Swear words and Expletives Maybe because women are gentle and docile, they usually avoid using swear words and dirty words. They believe that these kinds of words will not only make others uncomfortable and give an impression of “no civilization”, but also destroy the relationship between her and others. Women always pay more attention to the grace of themselves and their use of language. We rarely hear that women utter such words like “damn, fuck you, hell,” instead they use “oh, dear, my god” to express their feelings. Diminutives Women like to use words that have the meaning of “small”, such as bookie, hanky, panties. They also like to use words that show affections, such as dear, sweetie. Furthermore, women like to use words that show politeness, such as please, thanks, and they use more euphemism, but “slang” is considered to be men’s preference. From the study we can see that men and women have their own vocabulary choices in achieving emphatic effects.

We often hear a woman say “well, you know…, I think…, I suppose….kind of, maybe I am wrong but…, etc. When they want to get help from others, men and

women express in different ways as the following: Women: I was wondering if you can help me. Men: please give me a hand. From the above example we can see men tend to ask something directly, while women tend to be more polite. b. Interrogative sentences Women use more interrogative sentences than men do. Women look interrogative sentences as a strategy of continuing a good conversation. Lakoff (1975) pointed out that compared with men, women are more likely to use an interrogative sentence to express their idea, and they like to use tag questions, because tag questions can make the tone less tense.[11,with 78-80] Fishman (1980) collected many couples‟ conversation tapes, and he found that women used three times of tag questions as men did. In these conversations, they were 370 interrogative sentences, among which women used 263, almost two and a half of times of men did. This point is similar to the difference in intonation between men and women. Just as Lakoff (1975) said that women might answer a question with rising tone, while men like to use falling tone to make a firm statement. According to Lakoff (1975), women tent to do this because they are less sure about themselves and their opinions than men. [12,with71-77]

Male language

Female language

When will dinner be ready?

Around six o‟clock

it’s a good meal”

It’s a gorgeous meal”

use very, utterly, really

awfully, pretty, terribly, vastly, quite,so. “It was so interesting”

damn, fuck you, hell,”

Oh! Dear, my god”

Shit! The train is late again!

Dear me! Do you always get up so late? It‟s one o‟clock!


bookie, hanky, panties


please, thanks

You need to be quick

We need to be in a hurry


well, you know…, I think…, I suppose….kind of, maybe I am wrong but

please give me a hand

I was wondering if you can help me.

Give me an apple!

Would you give me an apple?

It’s time to go

Let’s go!

We are gonna to the park today

We are going to go to the park today


Along with various social, cultural and political factors, language is most certainly one of the biggest conveyors of prejudices. Consciously or subconsciously, we tend to depict all our beliefs, values and expectations via our choice of vocabulary, speaking style, etc. Moreover, the attitude of speakers towards diverse social issues, such as gender equality, can be visible through our language usage.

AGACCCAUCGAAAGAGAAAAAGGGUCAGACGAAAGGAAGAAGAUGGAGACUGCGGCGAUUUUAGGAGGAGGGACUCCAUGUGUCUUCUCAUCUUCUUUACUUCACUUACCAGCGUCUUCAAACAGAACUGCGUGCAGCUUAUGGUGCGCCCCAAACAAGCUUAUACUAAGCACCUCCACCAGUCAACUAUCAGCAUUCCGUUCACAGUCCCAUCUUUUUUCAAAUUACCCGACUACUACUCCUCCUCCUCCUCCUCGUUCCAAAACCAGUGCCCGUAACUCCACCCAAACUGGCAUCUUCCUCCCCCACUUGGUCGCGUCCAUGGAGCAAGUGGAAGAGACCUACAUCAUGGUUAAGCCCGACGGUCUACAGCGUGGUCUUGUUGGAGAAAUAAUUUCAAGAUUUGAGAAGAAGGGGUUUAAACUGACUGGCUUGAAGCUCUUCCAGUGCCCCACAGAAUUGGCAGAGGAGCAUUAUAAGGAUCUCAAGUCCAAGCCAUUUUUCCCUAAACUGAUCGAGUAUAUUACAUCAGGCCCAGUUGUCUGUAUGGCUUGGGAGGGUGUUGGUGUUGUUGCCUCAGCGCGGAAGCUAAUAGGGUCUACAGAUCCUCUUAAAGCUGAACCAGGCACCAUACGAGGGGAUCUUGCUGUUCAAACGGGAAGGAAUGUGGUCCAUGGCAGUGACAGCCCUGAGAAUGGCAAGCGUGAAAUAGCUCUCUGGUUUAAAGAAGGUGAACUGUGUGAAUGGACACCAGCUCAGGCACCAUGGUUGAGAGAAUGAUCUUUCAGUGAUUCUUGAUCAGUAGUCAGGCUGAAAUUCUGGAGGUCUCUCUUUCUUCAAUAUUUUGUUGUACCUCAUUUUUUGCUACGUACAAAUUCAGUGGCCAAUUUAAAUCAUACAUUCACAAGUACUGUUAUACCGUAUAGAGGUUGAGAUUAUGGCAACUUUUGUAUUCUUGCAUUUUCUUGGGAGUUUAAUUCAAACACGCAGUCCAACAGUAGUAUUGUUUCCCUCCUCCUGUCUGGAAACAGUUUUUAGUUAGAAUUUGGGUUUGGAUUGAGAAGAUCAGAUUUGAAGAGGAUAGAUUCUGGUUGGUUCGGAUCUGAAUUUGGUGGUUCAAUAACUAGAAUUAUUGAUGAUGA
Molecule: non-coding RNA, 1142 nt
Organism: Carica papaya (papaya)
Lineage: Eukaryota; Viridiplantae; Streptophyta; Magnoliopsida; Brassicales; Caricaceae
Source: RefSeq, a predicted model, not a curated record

As the results of the questionnaire show, there are many dichotomies between genders and their language usage, starting from diverse expectations and vocabulary, through the usage of power, solidarity and indirectness, to the habits of interruption and exclamation. However, in order to ameliorate the communication between genders, it is not enough to define those dichotomies, but to accept them and learn how to recognize them and comply with them. Apart from understanding the differences, it is also crucial to recognize the similarities in communication, as they can be of great help in bridging the gaps between genders.

According to the research, what is regarded as crucial in successful communication today is not gender, but communicative competence. The essential skill is the ability to share personal feelings and information, the ability to hold

adequate interpersonal relations and the ability to discuss life issues, and it has

been proven that both men and women own some of these skills, but it is a rare occurence that one man or one woman owns all of these traits. That is why

successful orators today are speakers who can combine traditional masculine characteristics of authority, entrepreneurship and leadership and female characteristics of emotional expressivity and understanding.


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Allerton, D.J. (1990). Language as form and structure: Grammar and its categories. In N.E. Collinge (Ed.), An encyclopedia of language (pp. 68-111). London: Routledge.

Corbett, G.G. (1994). Gender and gender systems. In R.E. Asher, & J.M.Y. Simpson (Eds.), The encyclopedia of language and linguistics. Vol. 3 (pp. 1347-1353). Oxford: Pergamon Press.

Crystal, D. (1987). The Cambridge encyclopedia of language. New York: Cambridge University Press.

Glaser, W.R., & Düngelhoff, F.-J. (1984). The time course of picture-word interference. Journal of Experimental Psychology: Human Perception and Performance, 10(5), 640-654.

Kooij, J.G. (1987). Dutch. In B. Comrie (Ed.), The world's major languages (pp. 139-156).

Monsell, S. (1985). Repetition and the lexicon. In A.W. Ellis (Ed.), Progress in the psychology of language, Vol. 2 (pp. 147-195). London: Erlbaum.